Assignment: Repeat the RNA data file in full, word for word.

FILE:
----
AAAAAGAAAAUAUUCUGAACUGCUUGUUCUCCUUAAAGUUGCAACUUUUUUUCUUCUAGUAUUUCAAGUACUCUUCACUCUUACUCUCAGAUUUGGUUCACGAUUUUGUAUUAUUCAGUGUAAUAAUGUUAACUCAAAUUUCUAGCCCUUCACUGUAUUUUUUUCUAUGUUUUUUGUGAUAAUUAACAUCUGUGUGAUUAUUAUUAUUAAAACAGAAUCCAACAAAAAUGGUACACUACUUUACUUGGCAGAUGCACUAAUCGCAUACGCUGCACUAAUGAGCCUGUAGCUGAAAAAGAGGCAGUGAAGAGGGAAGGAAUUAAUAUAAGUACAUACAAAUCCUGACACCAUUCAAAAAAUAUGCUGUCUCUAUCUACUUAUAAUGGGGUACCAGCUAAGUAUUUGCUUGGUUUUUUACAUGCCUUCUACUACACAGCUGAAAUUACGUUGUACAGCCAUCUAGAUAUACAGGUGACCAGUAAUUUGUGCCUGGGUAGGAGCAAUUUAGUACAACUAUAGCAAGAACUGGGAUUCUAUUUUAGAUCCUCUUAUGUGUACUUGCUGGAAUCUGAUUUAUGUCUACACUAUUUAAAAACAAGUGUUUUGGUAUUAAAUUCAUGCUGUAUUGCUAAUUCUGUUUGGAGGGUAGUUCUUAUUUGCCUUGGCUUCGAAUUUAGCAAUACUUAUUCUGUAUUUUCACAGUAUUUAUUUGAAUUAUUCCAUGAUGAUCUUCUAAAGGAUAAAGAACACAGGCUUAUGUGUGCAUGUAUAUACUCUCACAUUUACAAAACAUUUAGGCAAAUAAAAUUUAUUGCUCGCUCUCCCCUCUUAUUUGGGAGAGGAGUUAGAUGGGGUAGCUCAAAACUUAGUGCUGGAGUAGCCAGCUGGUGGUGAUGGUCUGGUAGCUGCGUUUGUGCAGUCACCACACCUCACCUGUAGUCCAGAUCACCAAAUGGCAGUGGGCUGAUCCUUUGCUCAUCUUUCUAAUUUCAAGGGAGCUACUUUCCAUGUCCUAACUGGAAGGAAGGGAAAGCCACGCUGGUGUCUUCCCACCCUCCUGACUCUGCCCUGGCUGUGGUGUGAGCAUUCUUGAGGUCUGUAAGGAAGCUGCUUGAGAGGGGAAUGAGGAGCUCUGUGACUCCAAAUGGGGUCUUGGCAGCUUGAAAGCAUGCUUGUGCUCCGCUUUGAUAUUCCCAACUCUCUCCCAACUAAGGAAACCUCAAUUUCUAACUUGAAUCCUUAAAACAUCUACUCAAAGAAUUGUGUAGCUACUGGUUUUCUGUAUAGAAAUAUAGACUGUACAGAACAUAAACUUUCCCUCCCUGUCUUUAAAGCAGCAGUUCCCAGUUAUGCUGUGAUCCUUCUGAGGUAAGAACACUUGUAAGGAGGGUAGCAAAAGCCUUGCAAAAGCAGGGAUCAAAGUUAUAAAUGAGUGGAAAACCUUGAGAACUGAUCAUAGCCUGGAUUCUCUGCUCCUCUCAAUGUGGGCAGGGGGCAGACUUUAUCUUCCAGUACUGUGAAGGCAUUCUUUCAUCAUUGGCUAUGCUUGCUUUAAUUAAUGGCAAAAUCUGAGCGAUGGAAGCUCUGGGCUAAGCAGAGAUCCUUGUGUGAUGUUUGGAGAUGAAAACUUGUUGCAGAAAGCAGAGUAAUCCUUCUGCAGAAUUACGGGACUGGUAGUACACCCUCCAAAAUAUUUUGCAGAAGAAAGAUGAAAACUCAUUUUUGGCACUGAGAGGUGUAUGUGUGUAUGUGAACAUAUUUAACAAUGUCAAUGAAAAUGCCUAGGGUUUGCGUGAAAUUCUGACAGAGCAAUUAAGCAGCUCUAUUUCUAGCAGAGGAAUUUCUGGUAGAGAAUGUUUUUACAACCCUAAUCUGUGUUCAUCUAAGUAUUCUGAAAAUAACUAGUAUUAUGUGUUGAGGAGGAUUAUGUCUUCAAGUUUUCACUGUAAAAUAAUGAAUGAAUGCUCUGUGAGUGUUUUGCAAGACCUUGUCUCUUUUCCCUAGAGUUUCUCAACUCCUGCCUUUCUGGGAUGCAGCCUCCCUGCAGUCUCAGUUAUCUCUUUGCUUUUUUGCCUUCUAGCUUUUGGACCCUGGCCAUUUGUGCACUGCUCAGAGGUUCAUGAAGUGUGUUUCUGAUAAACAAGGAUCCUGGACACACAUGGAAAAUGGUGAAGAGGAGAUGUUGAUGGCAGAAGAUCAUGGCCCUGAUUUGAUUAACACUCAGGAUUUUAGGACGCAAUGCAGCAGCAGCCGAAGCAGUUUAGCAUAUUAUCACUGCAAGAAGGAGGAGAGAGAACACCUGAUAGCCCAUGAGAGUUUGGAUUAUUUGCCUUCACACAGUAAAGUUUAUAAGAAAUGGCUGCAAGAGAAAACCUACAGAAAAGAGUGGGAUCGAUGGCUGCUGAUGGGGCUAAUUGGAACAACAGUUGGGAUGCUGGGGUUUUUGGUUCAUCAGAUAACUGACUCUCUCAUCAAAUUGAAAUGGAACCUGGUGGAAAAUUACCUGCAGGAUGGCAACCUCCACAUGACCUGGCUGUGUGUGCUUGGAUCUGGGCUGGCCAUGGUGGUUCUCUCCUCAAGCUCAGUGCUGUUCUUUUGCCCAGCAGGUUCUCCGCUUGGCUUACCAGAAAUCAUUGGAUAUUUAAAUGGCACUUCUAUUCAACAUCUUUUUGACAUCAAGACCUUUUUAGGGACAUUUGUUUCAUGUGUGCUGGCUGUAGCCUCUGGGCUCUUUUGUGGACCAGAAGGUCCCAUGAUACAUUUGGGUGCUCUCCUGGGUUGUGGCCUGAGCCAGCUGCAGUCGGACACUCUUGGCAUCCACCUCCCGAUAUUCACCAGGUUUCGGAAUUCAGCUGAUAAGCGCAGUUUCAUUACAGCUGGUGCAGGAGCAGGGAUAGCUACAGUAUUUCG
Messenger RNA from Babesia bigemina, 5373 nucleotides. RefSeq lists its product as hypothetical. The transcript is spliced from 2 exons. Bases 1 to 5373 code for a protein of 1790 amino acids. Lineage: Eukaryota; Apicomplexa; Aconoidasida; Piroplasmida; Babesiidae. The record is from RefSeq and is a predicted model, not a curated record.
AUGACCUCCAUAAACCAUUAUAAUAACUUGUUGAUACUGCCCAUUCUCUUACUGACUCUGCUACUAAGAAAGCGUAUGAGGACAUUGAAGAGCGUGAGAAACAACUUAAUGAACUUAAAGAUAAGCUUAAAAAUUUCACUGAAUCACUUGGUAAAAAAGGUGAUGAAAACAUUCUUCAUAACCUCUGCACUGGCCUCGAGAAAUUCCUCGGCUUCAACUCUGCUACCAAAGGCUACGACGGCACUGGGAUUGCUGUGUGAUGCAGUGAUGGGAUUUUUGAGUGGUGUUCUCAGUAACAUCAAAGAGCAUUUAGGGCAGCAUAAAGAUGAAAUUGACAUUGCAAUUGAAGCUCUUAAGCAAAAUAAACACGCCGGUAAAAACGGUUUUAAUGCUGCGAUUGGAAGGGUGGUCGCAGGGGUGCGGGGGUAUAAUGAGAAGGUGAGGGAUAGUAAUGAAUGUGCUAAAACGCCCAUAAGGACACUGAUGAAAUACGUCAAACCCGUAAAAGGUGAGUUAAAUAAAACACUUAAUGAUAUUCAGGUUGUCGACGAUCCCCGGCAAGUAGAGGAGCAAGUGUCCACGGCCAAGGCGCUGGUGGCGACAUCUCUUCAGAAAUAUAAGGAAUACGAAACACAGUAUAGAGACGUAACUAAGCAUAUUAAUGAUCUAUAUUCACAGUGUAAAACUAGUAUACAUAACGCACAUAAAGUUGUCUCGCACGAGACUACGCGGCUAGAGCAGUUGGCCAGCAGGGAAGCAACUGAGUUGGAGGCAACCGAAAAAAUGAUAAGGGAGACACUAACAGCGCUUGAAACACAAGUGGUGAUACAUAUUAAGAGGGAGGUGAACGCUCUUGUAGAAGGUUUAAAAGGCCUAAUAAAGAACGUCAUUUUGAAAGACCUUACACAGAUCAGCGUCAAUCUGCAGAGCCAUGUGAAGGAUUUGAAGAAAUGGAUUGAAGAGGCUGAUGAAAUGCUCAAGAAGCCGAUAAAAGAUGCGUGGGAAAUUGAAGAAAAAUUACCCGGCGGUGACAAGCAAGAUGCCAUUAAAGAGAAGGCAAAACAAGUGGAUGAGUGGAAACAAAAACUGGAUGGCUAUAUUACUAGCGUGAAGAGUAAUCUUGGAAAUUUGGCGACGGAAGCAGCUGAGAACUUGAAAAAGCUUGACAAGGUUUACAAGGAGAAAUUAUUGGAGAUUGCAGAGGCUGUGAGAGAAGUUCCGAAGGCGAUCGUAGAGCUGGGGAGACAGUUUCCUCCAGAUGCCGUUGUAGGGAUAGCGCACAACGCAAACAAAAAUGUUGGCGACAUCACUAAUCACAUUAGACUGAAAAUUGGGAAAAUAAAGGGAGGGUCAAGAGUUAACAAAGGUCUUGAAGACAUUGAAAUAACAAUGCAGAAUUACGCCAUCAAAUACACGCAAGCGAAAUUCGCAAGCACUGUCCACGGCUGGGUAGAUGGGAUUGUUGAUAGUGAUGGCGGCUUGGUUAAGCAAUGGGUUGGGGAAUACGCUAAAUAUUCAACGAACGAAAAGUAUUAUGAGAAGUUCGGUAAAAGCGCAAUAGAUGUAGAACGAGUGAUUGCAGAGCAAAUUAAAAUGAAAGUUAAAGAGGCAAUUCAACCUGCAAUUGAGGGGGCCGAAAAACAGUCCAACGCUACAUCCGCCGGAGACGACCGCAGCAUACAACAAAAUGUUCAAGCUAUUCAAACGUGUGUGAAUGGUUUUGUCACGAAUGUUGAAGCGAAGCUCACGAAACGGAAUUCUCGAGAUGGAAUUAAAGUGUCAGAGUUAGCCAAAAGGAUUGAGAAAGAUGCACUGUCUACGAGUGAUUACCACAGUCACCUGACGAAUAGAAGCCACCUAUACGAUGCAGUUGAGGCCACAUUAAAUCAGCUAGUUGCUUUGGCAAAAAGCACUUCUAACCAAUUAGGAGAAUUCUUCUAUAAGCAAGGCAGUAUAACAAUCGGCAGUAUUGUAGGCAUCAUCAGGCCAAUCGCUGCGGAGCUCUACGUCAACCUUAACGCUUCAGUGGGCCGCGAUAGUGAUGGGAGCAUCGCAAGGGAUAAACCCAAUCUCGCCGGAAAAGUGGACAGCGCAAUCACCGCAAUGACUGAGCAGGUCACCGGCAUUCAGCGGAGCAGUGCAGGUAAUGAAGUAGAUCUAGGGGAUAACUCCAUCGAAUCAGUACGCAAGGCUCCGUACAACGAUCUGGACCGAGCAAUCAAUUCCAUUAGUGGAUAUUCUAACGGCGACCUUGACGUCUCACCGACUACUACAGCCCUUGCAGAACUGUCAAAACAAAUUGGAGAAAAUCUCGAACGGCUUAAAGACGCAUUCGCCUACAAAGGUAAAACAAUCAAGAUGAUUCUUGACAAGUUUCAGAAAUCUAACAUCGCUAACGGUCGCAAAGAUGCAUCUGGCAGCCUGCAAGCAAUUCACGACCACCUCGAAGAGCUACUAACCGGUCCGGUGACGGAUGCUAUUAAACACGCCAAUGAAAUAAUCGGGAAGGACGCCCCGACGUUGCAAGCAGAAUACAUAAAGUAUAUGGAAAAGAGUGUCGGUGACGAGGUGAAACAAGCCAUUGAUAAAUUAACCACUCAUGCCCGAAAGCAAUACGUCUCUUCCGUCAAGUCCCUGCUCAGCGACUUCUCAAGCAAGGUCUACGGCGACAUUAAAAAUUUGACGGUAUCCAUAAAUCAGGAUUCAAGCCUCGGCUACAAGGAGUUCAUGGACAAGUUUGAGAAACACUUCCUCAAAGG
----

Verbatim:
AAAAAGAAAAUAUUCUGAACUGCUUGUUCUCCUUAAAGUUGCAACUUUUUUUCUUCUAGUAUUUCAAGUACUCUUCACUCUUACUCUCAGAUUUGGUUCACGAUUUUGUAUUAUUCAGUGUAAUAAUGUUAACUCAAAUUUCUAGCCCUUCACUGUAUUUUUUUCUAUGUUUUUUGUGAUAAUUAACAUCUGUGUGAUUAUUAUUAUUAAAACAGAAUCCAACAAAAAUGGUACACUACUUUACUUGGCAGAUGCACUAAUCGCAUACGCUGCACUAAUGAGCCUGUAGCUGAAAAAGAGGCAGUGAAGAGGGAAGGAAUUAAUAUAAGUACAUACAAAUCCUGACACCAUUCAAAAAAUAUGCUGUCUCUAUCUACUUAUAAUGGGGUACCAGCUAAGUAUUUGCUUGGUUUUUUACAUGCCUUCUACUACACAGCUGAAAUUACGUUGUACAGCCAUCUAGAUAUACAGGUGACCAGUAAUUUGUGCCUGGGUAGGAGCAAUUUAGUACAACUAUAGCAAGAACUGGGAUUCUAUUUUAGAUCCUCUUAUGUGUACUUGCUGGAAUCUGAUUUAUGUCUACACUAUUUAAAAACAAGUGUUUUGGUAUUAAAUUCAUGCUGUAUUGCUAAUUCUGUUUGGAGGGUAGUUCUUAUUUGCCUUGGCUUCGAAUUUAGCAAUACUUAUUCUGUAUUUUCACAGUAUUUAUUUGAAUUAUUCCAUGAUGAUCUUCUAAAGGAUAAAGAACACAGGCUUAUGUGUGCAUGUAUAUACUCUCACAUUUACAAAACAUUUAGGCAAAUAAAAUUUAUUGCUCGCUCUCCCCUCUUAUUUGGGAGAGGAGUUAGAUGGGGUAGCUCAAAACUUAGUGCUGGAGUAGCCAGCUGGUGGUGAUGGUCUGGUAGCUGCGUUUGUGCAGUCACCACACCUCACCUGUAGUCCAGAUCACCAAAUGGCAGUGGGCUGAUCCUUUGCUCAUCUUUCUAAUUUCAAGGGAGCUACUUUCCAUGUCCUAACUGGAAGGAAGGGAAAGCCACGCUGGUGUCUUCCCACCCUCCUGACUCUGCCCUGGCUGUGGUGUGAGCAUUCUUGAGGUCUGUAAGGAAGCUGCUUGAGAGGGGAAUGAGGAGCUCUGUGACUCCAAAUGGGGUCUUGGCAGCUUGAAAGCAUGCUUGUGCUCCGCUUUGAUAUUCCCAACUCUCUCCCAACUAAGGAAACCUCAAUUUCUAACUUGAAUCCUUAAAACAUCUACUCAAAGAAUUGUGUAGCUACUGGUUUUCUGUAUAGAAAUAUAGACUGUACAGAACAUAAACUUUCCCUCCCUGUCUUUAAAGCAGCAGUUCCCAGUUAUGCUGUGAUCCUUCUGAGGUAAGAACACUUGUAAGGAGGGUAGCAAAAGCCUUGCAAAAGCAGGGAUCAAAGUUAUAAAUGAGUGGAAAACCUUGAGAACUGAUCAUAGCCUGGAUUCUCUGCUCCUCUCAAUGUGGGCAGGGGGCAGACUUUAUCUUCCAGUACUGUGAAGGCAUUCUUUCAUCAUUGGCUAUGCUUGCUUUAAUUAAUGGCAAAAUCUGAGCGAUGGAAGCUCUGGGCUAAGCAGAGAUCCUUGUGUGAUGUUUGGAGAUGAAAACUUGUUGCAGAAAGCAGAGUAAUCCUUCUGCAGAAUUACGGGACUGGUAGUACACCCUCCAAAAUAUUUUGCAGAAGAAAGAUGAAAACUCAUUUUUGGCACUGAGAGGUGUAUGUGUGUAUGUGAACAUAUUUAACAAUGUCAAUGAAAAUGCCUAGGGUUUGCGUGAAAUUCUGACAGAGCAAUUAAGCAGCUCUAUUUCUAGCAGAGGAAUUUCUGGUAGAGAAUGUUUUUACAACCCUAAUCUGUGUUCAUCUAAGUAUUCUGAAAAUAACUAGUAUUAUGUGUUGAGGAGGAUUAUGUCUUCAAGUUUUCACUGUAAAAUAAUGAAUGAAUGCUCUGUGAGUGUUUUGCAAGACCUUGUCUCUUUUCCCUAGAGUUUCUCAACUCCUGCCUUUCUGGGAUGCAGCCUCCCUGCAGUCUCAGUUAUCUCUUUGCUUUUUUGCCUUCUAGCUUUUGGACCCUGGCCAUUUGUGCACUGCUCAGAGGUUCAUGAAGUGUGUUUCUGAUAAACAAGGAUCCUGGACACACAUGGAAAAUGGUGAAGAGGAGAUGUUGAUGGCAGAAGAUCAUGGCCCUGAUUUGAUUAACACUCAGGAUUUUAGGACGCAAUGCAGCAGCAGCCGAAGCAGUUUAGCAUAUUAUCACUGCAAGAAGGAGGAGAGAGAACACCUGAUAGCCCAUGAGAGUUUGGAUUAUUUGCCUUCACACAGUAAAGUUUAUAAGAAAUGGCUGCAAGAGAAAACCUACAGAAAAGAGUGGGAUCGAUGGCUGCUGAUGGGGCUAAUUGGAACAACAGUUGGGAUGCUGGGGUUUUUGGUUCAUCAGAUAACUGACUCUCUCAUCAAAUUGAAAUGGAACCUGGUGGAAAAUUACCUGCAGGAUGGCAACCUCCACAUGACCUGGCUGUGUGUGCUUGGAUCUGGGCUGGCCAUGGUGGUUCUCUCCUCAAGCUCAGUGCUGUUCUUUUGCCCAGCAGGUUCUCCGCUUGGCUUACCAGAAAUCAUUGGAUAUUUAAAUGGCACUUCUAUUCAACAUCUUUUUGACAUCAAGACCUUUUUAGGGACAUUUGUUUCAUGUGUGCUGGCUGUAGCCUCUGGGCUCUUUUGUGGACCAGAAGGUCCCAUGAUACAUUUGGGUGCUCUCCUGGGUUGUGGCCUGAGCCAGCUGCAGUCGGACACUCUUGGCAUCCACCUCCCGAUAUUCACCAGGUUUCGGAAUUCAGCUGAUAAGCGCAGUUUCAUUACAGCUGGUGCAGGAGCAGGGAUAGCUACAGUAUUUCG
Messenger RNA from Babesia bigemina, 5373 nucleotides. RefSeq lists its product as hypothetical. The transcript is spliced from 2 exons. Bases 1 to 5373 code for a protein of 1790 amino acids. Lineage: Eukaryota; Apicomplexa; Aconoidasida; Piroplasmida; Babesiidae. The record is from RefSeq and is a predicted model, not a curated record.
AUGACCUCCAUAAACCAUUAUAAUAACUUGUUGAUACUGCCCAUUCUCUUACUGACUCUGCUACUAAGAAAGCGUAUGAGGACAUUGAAGAGCGUGAGAAACAACUUAAUGAACUUAAAGAUAAGCUUAAAAAUUUCACUGAAUCACUUGGUAAAAAAGGUGAUGAAAACAUUCUUCAUAACCUCUGCACUGGCCUCGAGAAAUUCCUCGGCUUCAACUCUGCUACCAAAGGCUACGACGGCACUGGGAUUGCUGUGUGAUGCAGUGAUGGGAUUUUUGAGUGGUGUUCUCAGUAACAUCAAAGAGCAUUUAGGGCAGCAUAAAGAUGAAAUUGACAUUGCAAUUGAAGCUCUUAAGCAAAAUAAACACGCCGGUAAAAACGGUUUUAAUGCUGCGAUUGGAAGGGUGGUCGCAGGGGUGCGGGGGUAUAAUGAGAAGGUGAGGGAUAGUAAUGAAUGUGCUAAAACGCCCAUAAGGACACUGAUGAAAUACGUCAAACCCGUAAAAGGUGAGUUAAAUAAAACACUUAAUGAUAUUCAGGUUGUCGACGAUCCCCGGCAAGUAGAGGAGCAAGUGUCCACGGCCAAGGCGCUGGUGGCGACAUCUCUUCAGAAAUAUAAGGAAUACGAAACACAGUAUAGAGACGUAACUAAGCAUAUUAAUGAUCUAUAUUCACAGUGUAAAACUAGUAUACAUAACGCACAUAAAGUUGUCUCGCACGAGACUACGCGGCUAGAGCAGUUGGCCAGCAGGGAAGCAACUGAGUUGGAGGCAACCGAAAAAAUGAUAAGGGAGACACUAACAGCGCUUGAAACACAAGUGGUGAUACAUAUUAAGAGGGAGGUGAACGCUCUUGUAGAAGGUUUAAAAGGCCUAAUAAAGAACGUCAUUUUGAAAGACCUUACACAGAUCAGCGUCAAUCUGCAGAGCCAUGUGAAGGAUUUGAAGAAAUGGAUUGAAGAGGCUGAUGAAAUGCUCAAGAAGCCGAUAAAAGAUGCGUGGGAAAUUGAAGAAAAAUUACCCGGCGGUGACAAGCAAGAUGCCAUUAAAGAGAAGGCAAAACAAGUGGAUGAGUGGAAACAAAAACUGGAUGGCUAUAUUACUAGCGUGAAGAGUAAUCUUGGAAAUUUGGCGACGGAAGCAGCUGAGAACUUGAAAAAGCUUGACAAGGUUUACAAGGAGAAAUUAUUGGAGAUUGCAGAGGCUGUGAGAGAAGUUCCGAAGGCGAUCGUAGAGCUGGGGAGACAGUUUCCUCCAGAUGCCGUUGUAGGGAUAGCGCACAACGCAAACAAAAAUGUUGGCGACAUCACUAAUCACAUUAGACUGAAAAUUGGGAAAAUAAAGGGAGGGUCAAGAGUUAACAAAGGUCUUGAAGACAUUGAAAUAACAAUGCAGAAUUACGCCAUCAAAUACACGCAAGCGAAAUUCGCAAGCACUGUCCACGGCUGGGUAGAUGGGAUUGUUGAUAGUGAUGGCGGCUUGGUUAAGCAAUGGGUUGGGGAAUACGCUAAAUAUUCAACGAACGAAAAGUAUUAUGAGAAGUUCGGUAAAAGCGCAAUAGAUGUAGAACGAGUGAUUGCAGAGCAAAUUAAAAUGAAAGUUAAAGAGGCAAUUCAACCUGCAAUUGAGGGGGCCGAAAAACAGUCCAACGCUACAUCCGCCGGAGACGACCGCAGCAUACAACAAAAUGUUCAAGCUAUUCAAACGUGUGUGAAUGGUUUUGUCACGAAUGUUGAAGCGAAGCUCACGAAACGGAAUUCUCGAGAUGGAAUUAAAGUGUCAGAGUUAGCCAAAAGGAUUGAGAAAGAUGCACUGUCUACGAGUGAUUACCACAGUCACCUGACGAAUAGAAGCCACCUAUACGAUGCAGUUGAGGCCACAUUAAAUCAGCUAGUUGCUUUGGCAAAAAGCACUUCUAACCAAUUAGGAGAAUUCUUCUAUAAGCAAGGCAGUAUAACAAUCGGCAGUAUUGUAGGCAUCAUCAGGCCAAUCGCUGCGGAGCUCUACGUCAACCUUAACGCUUCAGUGGGCCGCGAUAGUGAUGGGAGCAUCGCAAGGGAUAAACCCAAUCUCGCCGGAAAAGUGGACAGCGCAAUCACCGCAAUGACUGAGCAGGUCACCGGCAUUCAGCGGAGCAGUGCAGGUAAUGAAGUAGAUCUAGGGGAUAACUCCAUCGAAUCAGUACGCAAGGCUCCGUACAACGAUCUGGACCGAGCAAUCAAUUCCAUUAGUGGAUAUUCUAACGGCGACCUUGACGUCUCACCGACUACUACAGCCCUUGCAGAACUGUCAAAACAAAUUGGAGAAAAUCUCGAACGGCUUAAAGACGCAUUCGCCUACAAAGGUAAAACAAUCAAGAUGAUUCUUGACAAGUUUCAGAAAUCUAACAUCGCUAACGGUCGCAAAGAUGCAUCUGGCAGCCUGCAAGCAAUUCACGACCACCUCGAAGAGCUACUAACCGGUCCGGUGACGGAUGCUAUUAAACACGCCAAUGAAAUAAUCGGGAAGGACGCCCCGACGUUGCAAGCAGAAUACAUAAAGUAUAUGGAAAAGAGUGUCGGUGACGAGGUGAAACAAGCCAUUGAUAAAUUAACCACUCAUGCCCGAAAGCAAUACGUCUCUUCCGUCAAGUCCCUGCUCAGCGACUUCUCAAGCAAGGUCUACGGCGACAUUAAAAAUUUGACGGUAUCCAUAAAUCAGGAUUCAAGCCUCGGCUACAAGGAGUUCAUGGACAAGUUUGAGAAACACUUCCUCAAAGG